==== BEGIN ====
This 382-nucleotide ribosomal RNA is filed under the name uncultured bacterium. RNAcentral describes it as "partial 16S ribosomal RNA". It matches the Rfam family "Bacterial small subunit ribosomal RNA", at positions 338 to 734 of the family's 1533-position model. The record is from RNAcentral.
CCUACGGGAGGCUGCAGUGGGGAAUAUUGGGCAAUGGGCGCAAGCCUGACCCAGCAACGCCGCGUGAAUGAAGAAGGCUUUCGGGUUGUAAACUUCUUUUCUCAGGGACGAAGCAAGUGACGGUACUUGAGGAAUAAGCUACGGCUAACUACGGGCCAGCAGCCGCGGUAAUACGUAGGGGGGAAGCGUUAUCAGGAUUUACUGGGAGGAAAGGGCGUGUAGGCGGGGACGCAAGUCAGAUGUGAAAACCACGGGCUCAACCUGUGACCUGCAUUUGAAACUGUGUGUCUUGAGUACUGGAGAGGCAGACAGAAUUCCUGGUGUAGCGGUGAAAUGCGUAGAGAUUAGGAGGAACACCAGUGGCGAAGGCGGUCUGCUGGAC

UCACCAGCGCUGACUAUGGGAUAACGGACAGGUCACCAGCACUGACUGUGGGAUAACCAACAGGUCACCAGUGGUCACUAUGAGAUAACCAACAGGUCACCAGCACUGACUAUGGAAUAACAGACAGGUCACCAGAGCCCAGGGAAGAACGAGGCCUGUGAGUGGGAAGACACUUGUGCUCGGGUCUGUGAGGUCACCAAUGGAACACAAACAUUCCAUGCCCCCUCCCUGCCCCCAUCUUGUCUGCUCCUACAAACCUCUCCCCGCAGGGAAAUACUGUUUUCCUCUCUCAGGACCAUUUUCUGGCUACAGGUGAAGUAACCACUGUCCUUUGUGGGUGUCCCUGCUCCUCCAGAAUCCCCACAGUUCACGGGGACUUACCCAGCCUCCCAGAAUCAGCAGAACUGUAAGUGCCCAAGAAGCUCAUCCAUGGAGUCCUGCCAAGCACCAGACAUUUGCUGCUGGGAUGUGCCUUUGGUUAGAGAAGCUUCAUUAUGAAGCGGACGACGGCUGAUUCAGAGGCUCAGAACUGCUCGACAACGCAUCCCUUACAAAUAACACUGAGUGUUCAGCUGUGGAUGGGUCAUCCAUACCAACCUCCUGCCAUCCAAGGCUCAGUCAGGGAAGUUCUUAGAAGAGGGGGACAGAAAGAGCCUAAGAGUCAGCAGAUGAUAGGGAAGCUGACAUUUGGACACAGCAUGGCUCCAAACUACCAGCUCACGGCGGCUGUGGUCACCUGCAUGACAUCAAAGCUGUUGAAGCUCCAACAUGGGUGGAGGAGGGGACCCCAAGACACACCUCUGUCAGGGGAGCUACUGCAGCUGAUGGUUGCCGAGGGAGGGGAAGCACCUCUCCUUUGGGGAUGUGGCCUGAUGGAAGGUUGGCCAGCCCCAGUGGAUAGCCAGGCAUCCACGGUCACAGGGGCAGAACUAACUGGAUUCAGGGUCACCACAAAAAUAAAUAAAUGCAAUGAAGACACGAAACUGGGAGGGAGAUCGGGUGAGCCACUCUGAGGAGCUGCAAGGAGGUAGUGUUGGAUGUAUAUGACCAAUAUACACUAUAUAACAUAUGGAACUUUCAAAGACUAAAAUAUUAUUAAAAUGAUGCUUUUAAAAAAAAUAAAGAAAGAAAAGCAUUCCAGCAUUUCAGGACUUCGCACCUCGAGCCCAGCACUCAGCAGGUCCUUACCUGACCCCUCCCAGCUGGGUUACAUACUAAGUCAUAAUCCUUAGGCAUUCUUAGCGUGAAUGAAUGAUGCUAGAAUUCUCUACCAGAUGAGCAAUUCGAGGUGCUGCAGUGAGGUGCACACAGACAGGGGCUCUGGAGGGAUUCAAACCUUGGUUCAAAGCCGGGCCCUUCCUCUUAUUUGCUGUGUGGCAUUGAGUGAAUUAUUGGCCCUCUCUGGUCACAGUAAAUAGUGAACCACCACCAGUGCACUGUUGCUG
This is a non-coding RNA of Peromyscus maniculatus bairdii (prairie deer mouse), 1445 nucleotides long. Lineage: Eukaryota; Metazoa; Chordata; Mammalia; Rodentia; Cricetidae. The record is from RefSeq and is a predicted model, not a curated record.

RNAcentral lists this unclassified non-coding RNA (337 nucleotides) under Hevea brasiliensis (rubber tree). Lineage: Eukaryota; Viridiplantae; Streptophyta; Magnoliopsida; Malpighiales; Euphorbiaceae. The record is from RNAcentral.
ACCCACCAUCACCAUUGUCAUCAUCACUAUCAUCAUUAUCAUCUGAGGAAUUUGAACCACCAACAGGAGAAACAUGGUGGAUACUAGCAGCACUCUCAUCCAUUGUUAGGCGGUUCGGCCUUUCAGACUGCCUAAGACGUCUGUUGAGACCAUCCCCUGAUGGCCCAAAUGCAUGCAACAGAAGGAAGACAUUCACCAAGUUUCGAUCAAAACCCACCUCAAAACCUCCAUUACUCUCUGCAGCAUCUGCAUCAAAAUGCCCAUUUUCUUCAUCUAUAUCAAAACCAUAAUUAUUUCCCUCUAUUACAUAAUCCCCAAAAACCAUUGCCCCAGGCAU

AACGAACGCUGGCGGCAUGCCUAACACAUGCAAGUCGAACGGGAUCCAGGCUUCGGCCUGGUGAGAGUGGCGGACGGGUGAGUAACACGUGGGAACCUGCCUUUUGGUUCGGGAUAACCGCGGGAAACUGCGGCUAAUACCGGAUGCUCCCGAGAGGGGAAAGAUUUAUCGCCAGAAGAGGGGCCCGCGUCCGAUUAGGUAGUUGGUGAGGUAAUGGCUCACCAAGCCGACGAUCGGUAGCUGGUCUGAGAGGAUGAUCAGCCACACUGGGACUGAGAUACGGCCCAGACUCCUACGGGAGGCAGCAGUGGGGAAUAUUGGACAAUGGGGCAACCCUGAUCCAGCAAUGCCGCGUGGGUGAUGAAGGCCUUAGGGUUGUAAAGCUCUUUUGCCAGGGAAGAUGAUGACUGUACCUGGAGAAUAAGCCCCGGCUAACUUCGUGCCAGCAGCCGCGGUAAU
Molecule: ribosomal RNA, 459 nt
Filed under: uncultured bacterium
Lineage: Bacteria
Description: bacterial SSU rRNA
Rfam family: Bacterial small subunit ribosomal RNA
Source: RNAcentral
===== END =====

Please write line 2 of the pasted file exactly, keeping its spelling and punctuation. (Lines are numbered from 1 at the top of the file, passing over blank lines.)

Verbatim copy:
CCUACGGGAGGCUGCAGUGGGGAAUAUUGGGCAAUGGGCGCAAGCCUGACCCAGCAACGCCGCGUGAAUGAAGAAGGCUUUCGGGUUGUAAACUUCUUUUCUCAGGGACGAAGCAAGUGACGGUACUUGAGGAAUAAGCUACGGCUAACUACGGGCCAGCAGCCGCGGUAAUACGUAGGGGGGAAGCGUUAUCAGGAUUUACUGGGAGGAAAGGGCGUGUAGGCGGGGACGCAAGUCAGAUGUGAAAACCACGGGCUCAACCUGUGACCUGCAUUUGAAACUGUGUGUCUUGAGUACUGGAGAGGCAGACAGAAUUCCUGGUGUAGCGGUGAAAUGCGUAGAGAUUAGGAGGAACACCAGUGGCGAAGGCGGUCUGCUGGAC